Ethics allegations from Wehrum’s critics had nothing to do with the air chief’s decision to leave, Holmstead said, calling Wehrum “a very careful guy” who coordinated everything he did with EPA ethics officials.
Within EPA, “I think Bill will be remembered as the person who really was able to reestablish a relationship between the political leadership and EPA career staff,” Holmstead said. “I think a lot of people have forgotten just how dysfunctional things were at the outset of the Trump administration.”
When Wehrum arrived, “I think that was really finally when the agency started to get back to work,” Holmstead said.
Idsal, who will take over for Wehrum as acting air chief, previously served as the head of Region 6, which oversees Texas, Oklahoma, Louisiana, Arkansas, and New Mexico. She moved to EPA headquarters in March to serve as principal deputy assistant administrator in the air office.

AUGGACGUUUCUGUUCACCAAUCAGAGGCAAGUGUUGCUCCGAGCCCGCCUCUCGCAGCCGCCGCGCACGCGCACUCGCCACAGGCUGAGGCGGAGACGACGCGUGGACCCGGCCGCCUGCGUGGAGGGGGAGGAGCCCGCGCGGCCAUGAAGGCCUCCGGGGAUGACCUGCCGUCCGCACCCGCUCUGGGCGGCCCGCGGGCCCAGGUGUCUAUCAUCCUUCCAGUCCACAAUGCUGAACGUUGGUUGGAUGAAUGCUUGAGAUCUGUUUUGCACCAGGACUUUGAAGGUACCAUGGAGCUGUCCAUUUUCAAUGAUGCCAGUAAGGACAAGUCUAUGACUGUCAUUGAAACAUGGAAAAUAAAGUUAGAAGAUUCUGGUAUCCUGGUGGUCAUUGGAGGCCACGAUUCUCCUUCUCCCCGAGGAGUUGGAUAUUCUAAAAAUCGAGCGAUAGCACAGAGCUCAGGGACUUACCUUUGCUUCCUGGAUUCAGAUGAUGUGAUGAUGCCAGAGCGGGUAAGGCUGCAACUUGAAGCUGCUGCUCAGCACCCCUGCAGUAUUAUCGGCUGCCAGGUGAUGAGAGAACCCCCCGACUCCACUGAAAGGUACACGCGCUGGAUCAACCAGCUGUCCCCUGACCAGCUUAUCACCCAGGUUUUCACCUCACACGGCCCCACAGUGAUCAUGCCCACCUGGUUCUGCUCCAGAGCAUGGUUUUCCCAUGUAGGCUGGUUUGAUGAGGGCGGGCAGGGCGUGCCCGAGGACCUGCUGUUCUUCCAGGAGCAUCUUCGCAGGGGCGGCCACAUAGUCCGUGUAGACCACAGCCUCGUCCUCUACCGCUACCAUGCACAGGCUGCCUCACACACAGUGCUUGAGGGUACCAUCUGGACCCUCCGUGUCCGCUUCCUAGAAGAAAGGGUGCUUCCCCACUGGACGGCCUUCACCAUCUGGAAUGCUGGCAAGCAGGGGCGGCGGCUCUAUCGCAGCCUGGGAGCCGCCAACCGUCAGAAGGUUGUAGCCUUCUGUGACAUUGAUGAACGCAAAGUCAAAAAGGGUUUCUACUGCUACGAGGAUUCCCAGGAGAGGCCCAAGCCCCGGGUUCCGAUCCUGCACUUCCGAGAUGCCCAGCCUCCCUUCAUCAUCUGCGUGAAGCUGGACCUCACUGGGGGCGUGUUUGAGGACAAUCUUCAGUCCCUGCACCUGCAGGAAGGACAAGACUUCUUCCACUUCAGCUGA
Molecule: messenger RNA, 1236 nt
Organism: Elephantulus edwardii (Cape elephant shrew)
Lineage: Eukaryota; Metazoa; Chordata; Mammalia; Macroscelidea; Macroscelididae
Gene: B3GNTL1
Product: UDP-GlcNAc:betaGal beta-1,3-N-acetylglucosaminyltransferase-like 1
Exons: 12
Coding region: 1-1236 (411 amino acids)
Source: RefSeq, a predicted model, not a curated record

Before joining the EPA, she held several state-level positions in Texas, including as general counsel for the Texas Commission on Environmental Quality.
“Idsal is well qualified to take over leadership of the air office,” Clara Poffenberger, a Virginia-based environmental law and policy attorney, said at a panel discussion on Clean Air Act regulatory developments at a conference in Quebec City. “She is experienced and has engaged very well with states. With her state experience and recognition of industry issues, she is likely to get more done with less scandal surrounding her.”
But some local critics in Texas lamented the appointment, saying the EPA’s regional office had ceded enforcement actions to city and county officials under Idsal’s tenure. Luke Metzger, executive director of Environment Texas, also pointed to a lax track record of penalizing violations at the Texas Commission for Environmental Quality, where Idsal spent more than four years.
“I’m very concerned with her appointment and hope that past performance isn’t predictive of what she’ll be like at running the air program at EPA,” he said.
—With assistance from Amena Saiyid (Bloomberg Environment), Paul Stinson (Bloomberg Law), and Jennifer Dlouhy (Bloomberg News).
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(Adds local critique of Idsal in last two paragraphs.)